When a rotation of the type identified in FIGS. 13(A) and 13(B) has been performed, the set (i.e. a grid) of associated bias data values is also effectively rotated as indicated in FIG. 13(C). The rotation indicated at 1305 is again indicated at 1306 in relation to the grid of bias data values schematically illustrated at 1307. In FIG. 13(C), the grid of bias data values associated with the nine standard points is rotated in relation to the image display portion 1304, locating the corner points comprising points, 1308 to 1311, outside of the image display portion 1304. However, the bias data values associated with the central standard point 1302 and the mid points 1313 to 1316 respectively remain within the bounds (in the particular example illustrated of a partial rotation identified as having occurred between FIG. 13(A) and FIG. (B)) of image display portion 1304.

A bias data value set for an arbitrarily chosen point is configured to take into account a rotation of the selected point in two dimensional space. Thus to effect a rotation, bias data values associated with either the standard points or arbitrarily chosen points must be modified. As is known in the art of effecting rotation in a computer graphics environment, modifications to data undergoing a rotation of this type may be achieved through use of a suitable rotation matrix. However, the embodiment is not restricted to complex wipe animations comprising only rotational components or a plurality of wipe animation elements or a plurality of rotating elements. It is possible that the editor may require a given wipe animation to undergo a global translation and again such a translation will necessitate modifications to editor defined bias data values via a suitably configured translation matrix.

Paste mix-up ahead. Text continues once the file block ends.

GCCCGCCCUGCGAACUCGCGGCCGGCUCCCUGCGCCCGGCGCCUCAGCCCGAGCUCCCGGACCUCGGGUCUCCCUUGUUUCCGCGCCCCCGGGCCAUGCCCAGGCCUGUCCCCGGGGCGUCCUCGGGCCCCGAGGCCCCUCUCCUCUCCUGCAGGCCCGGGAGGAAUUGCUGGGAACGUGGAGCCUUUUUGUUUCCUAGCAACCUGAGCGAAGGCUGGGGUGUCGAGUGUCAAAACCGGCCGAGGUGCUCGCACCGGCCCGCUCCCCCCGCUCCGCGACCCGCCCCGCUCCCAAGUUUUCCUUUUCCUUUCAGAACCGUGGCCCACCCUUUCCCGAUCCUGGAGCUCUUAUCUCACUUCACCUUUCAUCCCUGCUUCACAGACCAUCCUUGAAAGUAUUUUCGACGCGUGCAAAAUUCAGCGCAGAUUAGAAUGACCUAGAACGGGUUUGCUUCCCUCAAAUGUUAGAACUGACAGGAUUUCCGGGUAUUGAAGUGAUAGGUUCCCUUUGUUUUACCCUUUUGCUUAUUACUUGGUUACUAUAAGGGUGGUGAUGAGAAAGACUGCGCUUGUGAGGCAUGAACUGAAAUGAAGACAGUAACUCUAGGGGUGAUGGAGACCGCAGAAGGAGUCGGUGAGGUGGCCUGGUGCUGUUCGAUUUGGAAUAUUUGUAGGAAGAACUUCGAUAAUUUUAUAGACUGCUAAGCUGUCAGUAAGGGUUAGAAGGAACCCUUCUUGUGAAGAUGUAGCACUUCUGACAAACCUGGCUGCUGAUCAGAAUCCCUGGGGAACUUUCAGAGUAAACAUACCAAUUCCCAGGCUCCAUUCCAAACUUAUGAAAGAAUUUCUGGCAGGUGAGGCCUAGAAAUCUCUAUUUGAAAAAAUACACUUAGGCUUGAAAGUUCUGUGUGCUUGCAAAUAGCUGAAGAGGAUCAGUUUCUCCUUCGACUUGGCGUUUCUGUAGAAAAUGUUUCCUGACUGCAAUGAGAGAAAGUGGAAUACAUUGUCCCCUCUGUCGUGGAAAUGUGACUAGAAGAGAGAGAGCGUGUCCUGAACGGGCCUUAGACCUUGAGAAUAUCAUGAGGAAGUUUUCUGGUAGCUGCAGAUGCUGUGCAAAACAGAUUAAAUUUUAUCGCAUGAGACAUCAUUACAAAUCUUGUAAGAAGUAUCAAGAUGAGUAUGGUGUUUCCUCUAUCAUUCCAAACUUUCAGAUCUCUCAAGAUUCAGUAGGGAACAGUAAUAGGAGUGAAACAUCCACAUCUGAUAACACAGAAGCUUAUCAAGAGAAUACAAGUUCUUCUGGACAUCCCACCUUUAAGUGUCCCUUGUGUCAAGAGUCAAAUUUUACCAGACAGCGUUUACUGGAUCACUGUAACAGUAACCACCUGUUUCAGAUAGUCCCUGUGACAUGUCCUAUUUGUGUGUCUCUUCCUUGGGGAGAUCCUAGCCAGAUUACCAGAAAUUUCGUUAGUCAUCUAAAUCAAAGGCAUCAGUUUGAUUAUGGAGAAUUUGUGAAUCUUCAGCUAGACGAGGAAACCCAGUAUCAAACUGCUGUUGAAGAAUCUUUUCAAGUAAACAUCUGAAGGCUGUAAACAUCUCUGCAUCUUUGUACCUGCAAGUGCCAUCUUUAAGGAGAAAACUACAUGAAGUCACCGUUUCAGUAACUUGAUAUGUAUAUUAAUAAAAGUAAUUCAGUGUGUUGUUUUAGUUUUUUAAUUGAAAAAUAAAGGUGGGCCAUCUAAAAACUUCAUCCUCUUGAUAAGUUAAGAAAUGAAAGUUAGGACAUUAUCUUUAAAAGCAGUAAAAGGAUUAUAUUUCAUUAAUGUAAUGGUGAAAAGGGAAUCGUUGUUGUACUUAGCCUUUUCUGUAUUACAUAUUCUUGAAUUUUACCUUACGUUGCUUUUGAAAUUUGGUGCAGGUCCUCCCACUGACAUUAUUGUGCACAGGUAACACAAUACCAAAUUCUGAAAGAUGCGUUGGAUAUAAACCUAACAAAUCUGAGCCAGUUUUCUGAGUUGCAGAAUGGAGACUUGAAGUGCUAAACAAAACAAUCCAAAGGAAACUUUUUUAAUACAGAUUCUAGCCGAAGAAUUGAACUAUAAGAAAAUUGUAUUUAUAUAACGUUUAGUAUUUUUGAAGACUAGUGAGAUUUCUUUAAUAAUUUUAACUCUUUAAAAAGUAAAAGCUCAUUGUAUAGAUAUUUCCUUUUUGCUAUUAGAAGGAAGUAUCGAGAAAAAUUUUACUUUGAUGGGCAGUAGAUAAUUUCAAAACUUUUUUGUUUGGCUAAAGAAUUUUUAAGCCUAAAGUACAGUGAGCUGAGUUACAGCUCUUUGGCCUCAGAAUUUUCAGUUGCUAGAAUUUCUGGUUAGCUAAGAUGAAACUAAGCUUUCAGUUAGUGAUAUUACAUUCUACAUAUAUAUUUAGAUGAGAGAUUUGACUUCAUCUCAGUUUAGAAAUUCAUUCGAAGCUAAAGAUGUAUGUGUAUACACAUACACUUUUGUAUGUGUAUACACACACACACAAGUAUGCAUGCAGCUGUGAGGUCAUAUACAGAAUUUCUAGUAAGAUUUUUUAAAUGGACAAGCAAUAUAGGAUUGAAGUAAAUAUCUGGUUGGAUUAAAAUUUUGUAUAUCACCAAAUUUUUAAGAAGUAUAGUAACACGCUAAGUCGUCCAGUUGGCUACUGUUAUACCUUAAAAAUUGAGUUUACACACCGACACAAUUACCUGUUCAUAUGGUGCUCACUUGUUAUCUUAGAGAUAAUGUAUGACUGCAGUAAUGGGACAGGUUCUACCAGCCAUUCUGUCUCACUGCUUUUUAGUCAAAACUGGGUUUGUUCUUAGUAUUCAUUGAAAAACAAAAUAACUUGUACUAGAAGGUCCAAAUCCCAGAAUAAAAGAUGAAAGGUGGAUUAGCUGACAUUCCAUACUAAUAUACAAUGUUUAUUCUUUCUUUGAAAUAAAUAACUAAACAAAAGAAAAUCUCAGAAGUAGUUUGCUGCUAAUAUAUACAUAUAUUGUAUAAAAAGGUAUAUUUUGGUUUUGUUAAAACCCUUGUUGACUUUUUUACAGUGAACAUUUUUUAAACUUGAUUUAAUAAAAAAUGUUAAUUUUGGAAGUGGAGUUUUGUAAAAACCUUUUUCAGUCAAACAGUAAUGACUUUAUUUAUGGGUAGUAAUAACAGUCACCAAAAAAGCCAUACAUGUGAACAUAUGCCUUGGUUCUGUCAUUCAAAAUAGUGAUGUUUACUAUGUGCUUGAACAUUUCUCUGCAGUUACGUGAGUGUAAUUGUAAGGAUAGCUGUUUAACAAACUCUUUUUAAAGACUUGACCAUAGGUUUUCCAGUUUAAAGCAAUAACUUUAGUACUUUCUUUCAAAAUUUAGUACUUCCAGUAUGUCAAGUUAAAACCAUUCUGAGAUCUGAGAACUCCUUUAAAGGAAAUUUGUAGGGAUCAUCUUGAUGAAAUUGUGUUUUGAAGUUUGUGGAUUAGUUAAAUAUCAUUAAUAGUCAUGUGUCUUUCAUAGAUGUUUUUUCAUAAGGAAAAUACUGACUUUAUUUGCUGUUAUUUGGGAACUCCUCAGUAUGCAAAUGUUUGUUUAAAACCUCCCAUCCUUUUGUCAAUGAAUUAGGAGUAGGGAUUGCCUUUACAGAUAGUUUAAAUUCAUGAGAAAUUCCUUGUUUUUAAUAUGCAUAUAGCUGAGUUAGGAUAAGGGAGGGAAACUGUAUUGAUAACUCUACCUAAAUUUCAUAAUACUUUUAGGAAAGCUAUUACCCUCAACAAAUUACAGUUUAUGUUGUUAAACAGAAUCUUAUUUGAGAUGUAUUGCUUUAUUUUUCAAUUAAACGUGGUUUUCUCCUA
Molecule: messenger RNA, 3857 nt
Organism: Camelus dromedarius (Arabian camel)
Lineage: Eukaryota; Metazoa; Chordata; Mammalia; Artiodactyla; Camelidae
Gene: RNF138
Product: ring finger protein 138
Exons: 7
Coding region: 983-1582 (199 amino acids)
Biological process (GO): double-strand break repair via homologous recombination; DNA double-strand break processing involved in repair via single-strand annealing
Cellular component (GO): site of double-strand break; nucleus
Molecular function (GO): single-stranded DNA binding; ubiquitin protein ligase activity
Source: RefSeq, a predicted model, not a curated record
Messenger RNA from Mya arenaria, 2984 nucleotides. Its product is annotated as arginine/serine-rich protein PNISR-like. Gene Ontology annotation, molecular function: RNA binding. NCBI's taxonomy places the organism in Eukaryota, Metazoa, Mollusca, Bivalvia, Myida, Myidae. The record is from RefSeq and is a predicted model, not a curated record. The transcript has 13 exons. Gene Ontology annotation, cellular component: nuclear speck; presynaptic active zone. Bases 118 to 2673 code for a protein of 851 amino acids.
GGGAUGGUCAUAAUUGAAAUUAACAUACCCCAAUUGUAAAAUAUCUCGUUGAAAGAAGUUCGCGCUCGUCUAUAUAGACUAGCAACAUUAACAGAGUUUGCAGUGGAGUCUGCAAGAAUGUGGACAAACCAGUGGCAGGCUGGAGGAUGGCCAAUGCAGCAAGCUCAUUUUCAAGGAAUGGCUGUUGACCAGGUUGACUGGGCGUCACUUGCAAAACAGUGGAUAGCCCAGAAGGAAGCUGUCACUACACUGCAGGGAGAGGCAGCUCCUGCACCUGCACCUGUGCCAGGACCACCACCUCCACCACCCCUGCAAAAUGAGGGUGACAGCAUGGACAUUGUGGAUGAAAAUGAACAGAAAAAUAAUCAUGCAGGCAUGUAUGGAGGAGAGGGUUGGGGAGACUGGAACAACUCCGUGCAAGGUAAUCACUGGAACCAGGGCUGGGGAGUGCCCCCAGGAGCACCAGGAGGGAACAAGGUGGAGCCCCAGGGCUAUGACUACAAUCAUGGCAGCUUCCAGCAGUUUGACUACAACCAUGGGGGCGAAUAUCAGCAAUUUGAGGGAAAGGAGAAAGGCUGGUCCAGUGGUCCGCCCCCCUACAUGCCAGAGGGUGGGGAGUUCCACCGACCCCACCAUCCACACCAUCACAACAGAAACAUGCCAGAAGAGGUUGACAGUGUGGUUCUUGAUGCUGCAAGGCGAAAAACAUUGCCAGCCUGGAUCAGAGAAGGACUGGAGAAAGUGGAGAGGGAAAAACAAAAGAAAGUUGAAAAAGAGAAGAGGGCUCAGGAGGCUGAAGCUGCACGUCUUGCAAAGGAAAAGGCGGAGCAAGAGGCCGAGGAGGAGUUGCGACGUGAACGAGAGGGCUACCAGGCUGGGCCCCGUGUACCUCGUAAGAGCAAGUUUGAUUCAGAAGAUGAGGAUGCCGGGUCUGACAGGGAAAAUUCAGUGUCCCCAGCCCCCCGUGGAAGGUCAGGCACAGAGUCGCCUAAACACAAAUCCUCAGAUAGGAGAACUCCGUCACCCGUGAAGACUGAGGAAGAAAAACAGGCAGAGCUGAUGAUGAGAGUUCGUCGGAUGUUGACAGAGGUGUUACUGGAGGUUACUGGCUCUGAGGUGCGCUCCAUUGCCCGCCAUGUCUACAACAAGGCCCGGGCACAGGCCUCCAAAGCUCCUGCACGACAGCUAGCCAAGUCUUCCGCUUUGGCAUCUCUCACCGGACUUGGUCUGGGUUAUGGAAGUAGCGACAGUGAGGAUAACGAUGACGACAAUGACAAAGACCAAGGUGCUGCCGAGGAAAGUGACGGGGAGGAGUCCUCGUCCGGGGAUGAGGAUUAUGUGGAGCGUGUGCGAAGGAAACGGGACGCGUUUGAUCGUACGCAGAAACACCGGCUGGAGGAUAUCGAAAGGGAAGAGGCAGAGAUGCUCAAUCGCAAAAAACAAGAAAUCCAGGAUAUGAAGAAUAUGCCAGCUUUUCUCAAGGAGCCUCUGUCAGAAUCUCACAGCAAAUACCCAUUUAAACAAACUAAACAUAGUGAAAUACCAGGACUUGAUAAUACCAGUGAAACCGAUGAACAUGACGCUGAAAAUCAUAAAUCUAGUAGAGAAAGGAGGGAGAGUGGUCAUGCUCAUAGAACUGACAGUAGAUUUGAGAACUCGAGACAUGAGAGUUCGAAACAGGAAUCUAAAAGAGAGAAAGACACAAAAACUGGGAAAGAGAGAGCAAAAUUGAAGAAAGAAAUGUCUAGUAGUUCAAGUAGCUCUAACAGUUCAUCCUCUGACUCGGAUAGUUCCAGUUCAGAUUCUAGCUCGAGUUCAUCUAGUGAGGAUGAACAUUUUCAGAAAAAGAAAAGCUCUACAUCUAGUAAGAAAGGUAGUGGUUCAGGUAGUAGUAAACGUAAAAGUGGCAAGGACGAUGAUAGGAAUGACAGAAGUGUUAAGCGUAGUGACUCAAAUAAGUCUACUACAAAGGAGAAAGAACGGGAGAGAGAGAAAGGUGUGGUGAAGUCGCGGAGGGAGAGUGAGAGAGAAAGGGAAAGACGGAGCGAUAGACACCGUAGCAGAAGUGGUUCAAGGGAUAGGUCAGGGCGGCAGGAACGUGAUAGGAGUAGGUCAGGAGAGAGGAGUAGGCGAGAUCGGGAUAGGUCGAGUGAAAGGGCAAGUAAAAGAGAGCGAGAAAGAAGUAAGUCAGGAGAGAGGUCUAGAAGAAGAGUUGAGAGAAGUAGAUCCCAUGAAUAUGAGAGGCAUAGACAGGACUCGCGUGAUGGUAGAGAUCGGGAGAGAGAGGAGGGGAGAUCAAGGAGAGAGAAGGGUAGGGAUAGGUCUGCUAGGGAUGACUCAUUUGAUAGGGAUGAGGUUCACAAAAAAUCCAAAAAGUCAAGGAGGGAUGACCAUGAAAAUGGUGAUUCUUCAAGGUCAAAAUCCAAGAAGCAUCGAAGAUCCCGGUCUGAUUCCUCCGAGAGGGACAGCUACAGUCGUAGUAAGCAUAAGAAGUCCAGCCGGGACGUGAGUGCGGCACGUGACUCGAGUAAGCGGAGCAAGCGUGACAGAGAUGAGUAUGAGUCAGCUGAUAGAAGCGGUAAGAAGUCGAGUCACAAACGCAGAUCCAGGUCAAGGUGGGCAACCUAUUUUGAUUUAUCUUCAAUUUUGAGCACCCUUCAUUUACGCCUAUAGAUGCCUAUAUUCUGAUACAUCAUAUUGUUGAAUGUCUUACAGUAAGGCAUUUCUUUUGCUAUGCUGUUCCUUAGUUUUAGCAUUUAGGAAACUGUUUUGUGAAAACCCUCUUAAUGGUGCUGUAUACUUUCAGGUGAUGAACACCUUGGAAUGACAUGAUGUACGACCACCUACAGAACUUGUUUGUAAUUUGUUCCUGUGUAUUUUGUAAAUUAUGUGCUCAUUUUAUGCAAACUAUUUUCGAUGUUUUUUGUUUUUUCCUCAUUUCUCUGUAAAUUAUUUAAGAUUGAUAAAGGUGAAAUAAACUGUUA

The rotation of the standard start positions identified in FIG. 13(C) results in corner regions 1317 to 1320 of image display portion 1304 for which interpolation (performed at step 1205 in FIG. 12) between bias data values associated with four of the standard points does not give an interpolated bias data value. In FIG. 13(C), image display portions 1317 to 1320, each lying outside the grid of rotated bias data values, may be used for defining suitable start points if the processing system is configured in a manner to effect a more complicated interpolation and/or extrapolation procedure. Thus, for example, the processing system may be configured to place a few extra points outside the grid of standard points in order to enable an interpolation to be performed in corner regions 1317 to 1320 after a particular rotation has been applied.

FIG. 14 details the steps comprising step 1206 “Generate Preview Frames” identified in FIG. 12 and relates to effecting a given editor specified wipe animation so that the wipe animation may be previewed by the editor. Thus for a given displayed first image clip which is to be replaced by a second image clip, image frame data of the first image clip is selected by the processing system at step 1401. Following selection at step 1401, if the frame selected is not the first frame of the clip, the processing system is configured to calculate the proportion of time that has elapsed since the first image of the clip was effected to start. A proportion of time may be calculated by dividing the number of frames viewed by the total number of frames to be passed through during a particular image wipe. Following step 1402, at step 1403 the processing system is configured to calculate a wipe animation parameter P of the kind identified in FIG. 10 and thus the required wipe animation parameter P is calculated in response to editor defined animation graph data of the type detailed in FIGS. 10 and 11. Following step 1403, at step 1404 the given wipe animation parameter (P) is modified by application of a multiplier f. The factor f is calculated from the following equation:

f=(100−(B n*1/R))/(100−(B o*1/R))

where:

Bo is the previously applied bias data value i.e. it is the result of interpolating between bias data values associated with the standard start positions;

Bn is the new bias data value to be applied i.e. it is a correction applied when the editor requires the interpolation to be modified; and

R is the ratio of the maximum area to be covered by the wipe animation to the minimum area to be covered.